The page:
Performance-wise, there are two main classes of cuts: (i) normal cuts, and (ii) global or "deep" cuts (definitions may vary between fields, this is what we use in deterministic global optimisation).
Deep cuts are globally valid, i.e., they are valid at every node of a branch-and-bound tree. This is usually the most desirable type of cut, because we don't have to change the coefficient matrix too much (or at all) when we create a new node.
Every cut that is not deep, is normal, and not necessarily globally valid. These are situational, but often crucial to close the last few % of the optimality gap and converge.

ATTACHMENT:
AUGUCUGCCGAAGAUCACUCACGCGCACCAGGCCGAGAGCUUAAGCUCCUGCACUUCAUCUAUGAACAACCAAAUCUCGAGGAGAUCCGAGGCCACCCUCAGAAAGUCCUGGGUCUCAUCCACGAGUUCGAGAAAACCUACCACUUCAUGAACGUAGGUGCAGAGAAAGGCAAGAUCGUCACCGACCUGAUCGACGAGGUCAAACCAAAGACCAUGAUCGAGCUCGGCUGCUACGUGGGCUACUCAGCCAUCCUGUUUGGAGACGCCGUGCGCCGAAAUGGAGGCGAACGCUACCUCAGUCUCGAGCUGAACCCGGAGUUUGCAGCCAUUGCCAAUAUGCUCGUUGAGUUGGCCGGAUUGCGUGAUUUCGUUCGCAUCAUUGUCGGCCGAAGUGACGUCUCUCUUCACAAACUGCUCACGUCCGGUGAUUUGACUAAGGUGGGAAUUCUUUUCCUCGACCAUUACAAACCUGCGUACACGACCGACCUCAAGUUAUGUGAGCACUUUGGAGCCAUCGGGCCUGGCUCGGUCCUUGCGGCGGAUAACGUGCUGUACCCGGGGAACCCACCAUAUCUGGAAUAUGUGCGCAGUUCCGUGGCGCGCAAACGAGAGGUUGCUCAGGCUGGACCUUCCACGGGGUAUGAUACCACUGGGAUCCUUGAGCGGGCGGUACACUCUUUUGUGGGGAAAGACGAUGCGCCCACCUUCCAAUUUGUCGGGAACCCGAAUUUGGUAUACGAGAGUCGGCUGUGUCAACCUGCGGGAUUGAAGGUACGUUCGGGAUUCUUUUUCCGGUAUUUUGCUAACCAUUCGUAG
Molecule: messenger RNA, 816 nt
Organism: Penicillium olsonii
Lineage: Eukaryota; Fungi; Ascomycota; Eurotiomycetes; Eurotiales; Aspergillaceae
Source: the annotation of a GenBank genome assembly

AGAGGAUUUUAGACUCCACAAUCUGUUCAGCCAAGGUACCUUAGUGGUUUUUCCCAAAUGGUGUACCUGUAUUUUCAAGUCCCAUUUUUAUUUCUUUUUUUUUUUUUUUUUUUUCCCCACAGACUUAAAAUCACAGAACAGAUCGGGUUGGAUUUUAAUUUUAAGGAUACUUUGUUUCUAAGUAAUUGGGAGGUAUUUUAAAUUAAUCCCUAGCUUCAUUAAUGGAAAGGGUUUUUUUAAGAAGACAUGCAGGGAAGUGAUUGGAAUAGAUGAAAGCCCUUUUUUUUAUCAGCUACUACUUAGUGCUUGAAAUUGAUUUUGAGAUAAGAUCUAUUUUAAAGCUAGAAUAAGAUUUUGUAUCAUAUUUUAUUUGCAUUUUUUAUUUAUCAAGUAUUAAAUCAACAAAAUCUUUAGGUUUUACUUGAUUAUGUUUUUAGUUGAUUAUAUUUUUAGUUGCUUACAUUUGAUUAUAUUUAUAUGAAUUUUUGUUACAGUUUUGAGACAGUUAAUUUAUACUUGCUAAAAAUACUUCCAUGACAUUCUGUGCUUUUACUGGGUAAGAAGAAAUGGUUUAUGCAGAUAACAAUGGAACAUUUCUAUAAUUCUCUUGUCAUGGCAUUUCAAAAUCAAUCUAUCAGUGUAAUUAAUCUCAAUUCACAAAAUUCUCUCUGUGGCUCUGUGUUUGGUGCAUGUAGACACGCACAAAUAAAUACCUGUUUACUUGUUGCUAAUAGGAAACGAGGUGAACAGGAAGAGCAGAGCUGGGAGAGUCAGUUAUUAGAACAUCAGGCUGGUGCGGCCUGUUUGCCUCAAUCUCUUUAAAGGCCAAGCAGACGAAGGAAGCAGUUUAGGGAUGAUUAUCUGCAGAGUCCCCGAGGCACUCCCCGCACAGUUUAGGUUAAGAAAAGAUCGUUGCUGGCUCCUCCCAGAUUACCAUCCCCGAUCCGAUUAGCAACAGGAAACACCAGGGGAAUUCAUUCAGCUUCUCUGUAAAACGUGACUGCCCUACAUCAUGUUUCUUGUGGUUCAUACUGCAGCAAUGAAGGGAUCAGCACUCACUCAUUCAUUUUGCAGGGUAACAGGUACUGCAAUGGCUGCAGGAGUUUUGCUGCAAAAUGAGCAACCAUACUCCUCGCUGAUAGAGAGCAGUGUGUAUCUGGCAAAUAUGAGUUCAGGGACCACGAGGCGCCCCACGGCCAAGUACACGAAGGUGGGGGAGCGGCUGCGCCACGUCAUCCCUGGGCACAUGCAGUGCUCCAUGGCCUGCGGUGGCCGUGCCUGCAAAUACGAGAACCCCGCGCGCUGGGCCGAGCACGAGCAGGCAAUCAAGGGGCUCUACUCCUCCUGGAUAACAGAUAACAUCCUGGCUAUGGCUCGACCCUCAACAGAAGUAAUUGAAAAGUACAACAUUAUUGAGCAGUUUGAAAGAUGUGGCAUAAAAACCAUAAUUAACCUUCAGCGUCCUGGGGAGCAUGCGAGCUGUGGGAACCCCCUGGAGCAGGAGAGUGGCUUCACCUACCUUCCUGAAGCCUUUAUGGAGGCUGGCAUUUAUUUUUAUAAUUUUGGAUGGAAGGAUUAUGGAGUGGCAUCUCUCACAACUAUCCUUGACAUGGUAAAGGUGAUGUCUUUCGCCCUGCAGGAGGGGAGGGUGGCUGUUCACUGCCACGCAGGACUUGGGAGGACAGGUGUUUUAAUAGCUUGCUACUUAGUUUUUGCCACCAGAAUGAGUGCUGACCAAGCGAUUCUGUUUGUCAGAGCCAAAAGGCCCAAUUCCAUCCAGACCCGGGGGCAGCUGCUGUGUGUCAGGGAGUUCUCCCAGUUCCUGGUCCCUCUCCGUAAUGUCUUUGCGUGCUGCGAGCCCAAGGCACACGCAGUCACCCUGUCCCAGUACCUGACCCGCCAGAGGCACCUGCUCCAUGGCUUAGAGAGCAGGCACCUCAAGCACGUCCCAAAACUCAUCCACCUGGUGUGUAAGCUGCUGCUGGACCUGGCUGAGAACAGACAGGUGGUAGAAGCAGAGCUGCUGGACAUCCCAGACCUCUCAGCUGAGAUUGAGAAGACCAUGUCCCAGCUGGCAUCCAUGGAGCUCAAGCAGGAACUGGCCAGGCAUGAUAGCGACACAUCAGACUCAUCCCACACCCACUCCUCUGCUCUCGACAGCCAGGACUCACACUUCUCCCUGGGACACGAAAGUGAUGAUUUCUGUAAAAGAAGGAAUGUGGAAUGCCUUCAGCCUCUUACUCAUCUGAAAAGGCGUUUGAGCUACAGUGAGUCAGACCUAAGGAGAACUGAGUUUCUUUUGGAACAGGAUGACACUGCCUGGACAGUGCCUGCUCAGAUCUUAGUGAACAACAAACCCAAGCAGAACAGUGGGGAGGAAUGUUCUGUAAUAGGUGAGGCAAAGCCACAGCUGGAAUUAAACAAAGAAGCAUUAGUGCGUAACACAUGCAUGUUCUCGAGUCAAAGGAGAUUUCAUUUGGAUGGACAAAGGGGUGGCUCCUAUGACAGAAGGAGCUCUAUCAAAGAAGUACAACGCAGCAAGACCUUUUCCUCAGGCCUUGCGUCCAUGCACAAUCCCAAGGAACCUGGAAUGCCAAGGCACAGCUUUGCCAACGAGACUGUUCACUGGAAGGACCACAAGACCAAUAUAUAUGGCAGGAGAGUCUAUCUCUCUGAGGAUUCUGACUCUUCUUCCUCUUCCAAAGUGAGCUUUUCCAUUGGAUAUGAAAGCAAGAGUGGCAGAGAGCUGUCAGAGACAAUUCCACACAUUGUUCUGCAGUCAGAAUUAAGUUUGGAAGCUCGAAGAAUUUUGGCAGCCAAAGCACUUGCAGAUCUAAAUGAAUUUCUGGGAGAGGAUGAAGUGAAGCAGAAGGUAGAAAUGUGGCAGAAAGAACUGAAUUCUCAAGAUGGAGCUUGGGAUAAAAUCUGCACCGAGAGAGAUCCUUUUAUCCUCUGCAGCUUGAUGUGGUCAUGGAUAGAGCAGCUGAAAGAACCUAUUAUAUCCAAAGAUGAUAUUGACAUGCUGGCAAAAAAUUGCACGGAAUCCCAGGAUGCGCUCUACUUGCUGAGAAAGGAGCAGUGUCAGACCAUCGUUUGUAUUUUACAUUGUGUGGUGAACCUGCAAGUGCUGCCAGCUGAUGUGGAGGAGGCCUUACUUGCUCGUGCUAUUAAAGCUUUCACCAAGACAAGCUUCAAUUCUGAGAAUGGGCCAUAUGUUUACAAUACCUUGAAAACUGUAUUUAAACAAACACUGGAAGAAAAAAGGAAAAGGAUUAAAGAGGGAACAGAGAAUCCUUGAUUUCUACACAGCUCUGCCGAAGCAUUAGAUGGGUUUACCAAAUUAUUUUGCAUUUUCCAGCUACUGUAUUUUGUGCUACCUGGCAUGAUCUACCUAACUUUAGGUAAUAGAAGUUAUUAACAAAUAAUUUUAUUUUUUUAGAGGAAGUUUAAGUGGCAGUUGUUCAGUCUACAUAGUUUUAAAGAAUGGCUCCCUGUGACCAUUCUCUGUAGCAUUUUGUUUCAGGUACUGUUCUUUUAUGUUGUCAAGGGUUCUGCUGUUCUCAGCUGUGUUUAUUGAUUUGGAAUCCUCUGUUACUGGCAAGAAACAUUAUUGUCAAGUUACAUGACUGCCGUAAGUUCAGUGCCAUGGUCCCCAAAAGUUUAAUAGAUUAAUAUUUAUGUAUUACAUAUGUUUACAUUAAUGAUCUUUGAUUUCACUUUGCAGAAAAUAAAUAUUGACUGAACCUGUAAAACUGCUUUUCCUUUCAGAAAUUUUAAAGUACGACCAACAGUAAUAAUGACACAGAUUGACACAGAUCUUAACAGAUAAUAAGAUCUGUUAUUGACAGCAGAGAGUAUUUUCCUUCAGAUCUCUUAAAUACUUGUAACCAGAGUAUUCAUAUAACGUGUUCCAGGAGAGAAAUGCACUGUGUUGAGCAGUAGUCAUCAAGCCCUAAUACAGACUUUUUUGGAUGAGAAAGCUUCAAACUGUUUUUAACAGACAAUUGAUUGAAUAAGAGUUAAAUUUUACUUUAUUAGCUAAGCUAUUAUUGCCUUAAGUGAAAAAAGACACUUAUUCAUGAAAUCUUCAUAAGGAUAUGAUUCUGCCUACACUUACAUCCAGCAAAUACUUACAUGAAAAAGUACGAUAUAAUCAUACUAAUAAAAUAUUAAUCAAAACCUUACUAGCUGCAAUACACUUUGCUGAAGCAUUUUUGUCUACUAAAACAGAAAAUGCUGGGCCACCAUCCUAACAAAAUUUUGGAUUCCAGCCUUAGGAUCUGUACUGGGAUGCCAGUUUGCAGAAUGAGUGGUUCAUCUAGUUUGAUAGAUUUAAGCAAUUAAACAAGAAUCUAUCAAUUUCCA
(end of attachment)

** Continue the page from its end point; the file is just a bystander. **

Cuts are nearly always good from a theoretical point of view, the problem is that they make relaxations harder to solve so there's always a tradeoff. The rule of thumb is to add as many deep cuts as you can afford in the beginning (you can measure the tradeoff by resolving at the root node a few times with more cuts), and then add other cuts where necessary. This can be done dynamically by creating and keeping track of a pool of cuts.
Ruth Misener has documented the dynamic approach very well on her papers about the GloMIQO solver.